Small, Yet Transparent: Albany, Ore., Shows How It’s Done

The city of 50,000 people is an example that just because you’re a small government, doesn’t mean you can’t be on the cutting edge of technology.

Being on the cutting edge of technology is never easy for any organization, but it can be especially difficult for smaller governments.

For leaders in Albany, Ore., a city of just more than 50,000 people, serving the public and starting a transparent dialog meant opening city data in a clear, concise way while staying within the bounds of their limited financial means.

The end result of the extensive city effort was a publicly accessible online portal where constituents can view the latest budgets, daily updates to expenditure data and monitor the programs their tax dollars ultimately pay for.

Assistant City Manager and CIO Jorge Salinas said the city had been looking at an open data initiative as a means to make the local government more transparent for several years.

“The city of Albany has been involved in open data, I would say, for the last six years. We started back in 2009 with the homegrown application, where every financial transaction that the city made was pushed through this homegrown application,” he said. “After that we continued to evolve, and now we are at the point where we want to move our data to be more visual. We’ve taken that approach of trying to find the best breed of vendors out there that can help us achieve these goals.”

Through the municipality’s suite of online tools, citizens can now delve into how the city is allocating projects’ funding and spending taxpayer money.

Salinas said city expenditures are updated daily at the close of business and available for the public within a few hours of the upload, making the most current information available as quickly as possible.

“In our financial transparency piece of the whole picture, we decided to partner with Socrata, and we do a nightly push of [financial transaction] information up to the cloud,” he said. “Every transaction that the city makes by the end of business, a couple hours later that information will be available for citizens to review on our website.”

While there hasn’t been an overwhelming reaction from constituents, Salinas said other state and local governments as well as private organizations have taken notice of the city’s portal.

“The reaction [from the public] has been kind of quiet. It’s one of those things that you want to make sure your information is available out there and you’re transparent, but we haven’t gotten a lot of feedback in terms of how we’re doing or the information that we’re putting in there,” he said. “The short answer is that we haven’t gotten a lot of feedback from citizens, however other cities, other counties, other organizations and states have noticed and we’ve been getting a lot of questions about how we are doing it.”

Not only has Albany acted as a model for other jurisdictions, but the city has also received several awards for its open portal efforts, according to Salinas.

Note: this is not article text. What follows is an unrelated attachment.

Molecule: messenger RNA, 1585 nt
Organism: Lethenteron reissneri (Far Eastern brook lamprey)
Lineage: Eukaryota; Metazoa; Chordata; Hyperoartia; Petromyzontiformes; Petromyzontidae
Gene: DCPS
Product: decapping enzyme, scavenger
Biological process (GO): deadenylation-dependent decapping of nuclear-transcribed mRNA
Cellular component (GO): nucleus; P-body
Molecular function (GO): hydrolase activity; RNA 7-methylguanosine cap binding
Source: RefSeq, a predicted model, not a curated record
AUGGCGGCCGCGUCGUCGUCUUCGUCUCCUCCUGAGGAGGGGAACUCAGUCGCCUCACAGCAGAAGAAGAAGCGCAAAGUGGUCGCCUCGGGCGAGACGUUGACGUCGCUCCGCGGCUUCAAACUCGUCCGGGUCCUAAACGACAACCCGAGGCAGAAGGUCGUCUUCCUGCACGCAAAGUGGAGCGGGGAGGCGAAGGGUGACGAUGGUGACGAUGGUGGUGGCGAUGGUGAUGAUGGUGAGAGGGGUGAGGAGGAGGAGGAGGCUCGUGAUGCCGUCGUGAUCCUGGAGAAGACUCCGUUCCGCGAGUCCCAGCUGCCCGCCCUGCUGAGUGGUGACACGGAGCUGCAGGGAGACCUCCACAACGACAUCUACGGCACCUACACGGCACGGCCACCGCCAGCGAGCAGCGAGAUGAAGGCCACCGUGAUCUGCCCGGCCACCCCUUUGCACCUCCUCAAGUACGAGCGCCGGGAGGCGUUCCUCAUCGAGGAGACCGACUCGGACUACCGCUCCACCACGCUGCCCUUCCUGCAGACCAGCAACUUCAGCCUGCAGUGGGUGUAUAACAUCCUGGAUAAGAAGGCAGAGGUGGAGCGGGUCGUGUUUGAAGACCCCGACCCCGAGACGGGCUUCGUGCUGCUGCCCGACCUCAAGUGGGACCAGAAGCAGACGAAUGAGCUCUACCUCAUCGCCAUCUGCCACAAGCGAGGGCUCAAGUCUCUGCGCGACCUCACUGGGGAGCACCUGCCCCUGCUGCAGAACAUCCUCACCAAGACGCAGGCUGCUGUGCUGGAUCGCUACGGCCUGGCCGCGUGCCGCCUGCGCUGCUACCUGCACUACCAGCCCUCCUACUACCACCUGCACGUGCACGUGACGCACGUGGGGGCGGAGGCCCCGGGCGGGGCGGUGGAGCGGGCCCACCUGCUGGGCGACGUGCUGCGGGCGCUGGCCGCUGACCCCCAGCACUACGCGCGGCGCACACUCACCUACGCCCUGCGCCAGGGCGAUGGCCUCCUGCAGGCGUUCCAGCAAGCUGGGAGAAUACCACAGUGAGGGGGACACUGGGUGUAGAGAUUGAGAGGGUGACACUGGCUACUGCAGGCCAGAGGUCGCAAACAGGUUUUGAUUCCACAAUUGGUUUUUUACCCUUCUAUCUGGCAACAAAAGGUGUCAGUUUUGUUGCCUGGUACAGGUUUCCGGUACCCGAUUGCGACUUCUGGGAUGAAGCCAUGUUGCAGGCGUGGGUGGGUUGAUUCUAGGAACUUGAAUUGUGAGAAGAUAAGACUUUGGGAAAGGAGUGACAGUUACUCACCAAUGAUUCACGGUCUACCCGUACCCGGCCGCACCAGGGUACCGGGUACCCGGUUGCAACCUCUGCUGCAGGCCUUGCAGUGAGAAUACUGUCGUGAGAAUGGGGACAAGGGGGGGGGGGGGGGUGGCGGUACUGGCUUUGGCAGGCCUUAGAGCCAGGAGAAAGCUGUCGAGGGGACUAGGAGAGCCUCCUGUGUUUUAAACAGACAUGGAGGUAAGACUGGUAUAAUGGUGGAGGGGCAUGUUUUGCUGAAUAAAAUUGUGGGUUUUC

After the city’s data was published online, formatting it in a more digestible, visual way became the focus of staff and a third-party vendor. “We had to engage other departments to involve them in helping to fund this approach. There are always challenges because of the budget. We have a finite amount of dollars, and we have to make sure that those are used to provide services for the citizens. This is a piece of that where we are actually providing financial information for citizens to be able to view at any time.”

Salinas said this effort required considerable financial collaboration among all of the city’s departments to meet project needs under budgetary constraints. The collaborative approach also allowed leaders to manage and prioritize the needs of the transparency initiative against other vital projects.

When asked about the advice he gives to other organizations looking to develop their own transparency portal, Salinas said he urges anyone interested in an open data program to approach the project as a unified group to ensure departmental buy-in and avoid unnecessary surprises.

“These projects need to be a collaboration between the departments. In this particular project, being [financially transparent], we engaged our finance department and our IT department ahead of time just to make sure they were involved and knew what we were planning to do,” he said. “We didn’t want to surprise anyone by putting our financial books out there. We wanted to make sure there was buy-in from the different departments involved … to enable the city to provide better services.”

In addition to the all-inclusive information portal, Salinas said a strategic plan scorecard was also a major staff focus. The evaluative tool allows constituents to view the progress in high-value program areas in a simple, easy-to-read format.

Scorecards for public safety, economic health and government efficiency present Albany’s goals and progress in a clear “thumbs up” or “thumbs down” way against data from the previous fiscal year. This allows citizens to quickly assess whether various goals are being met.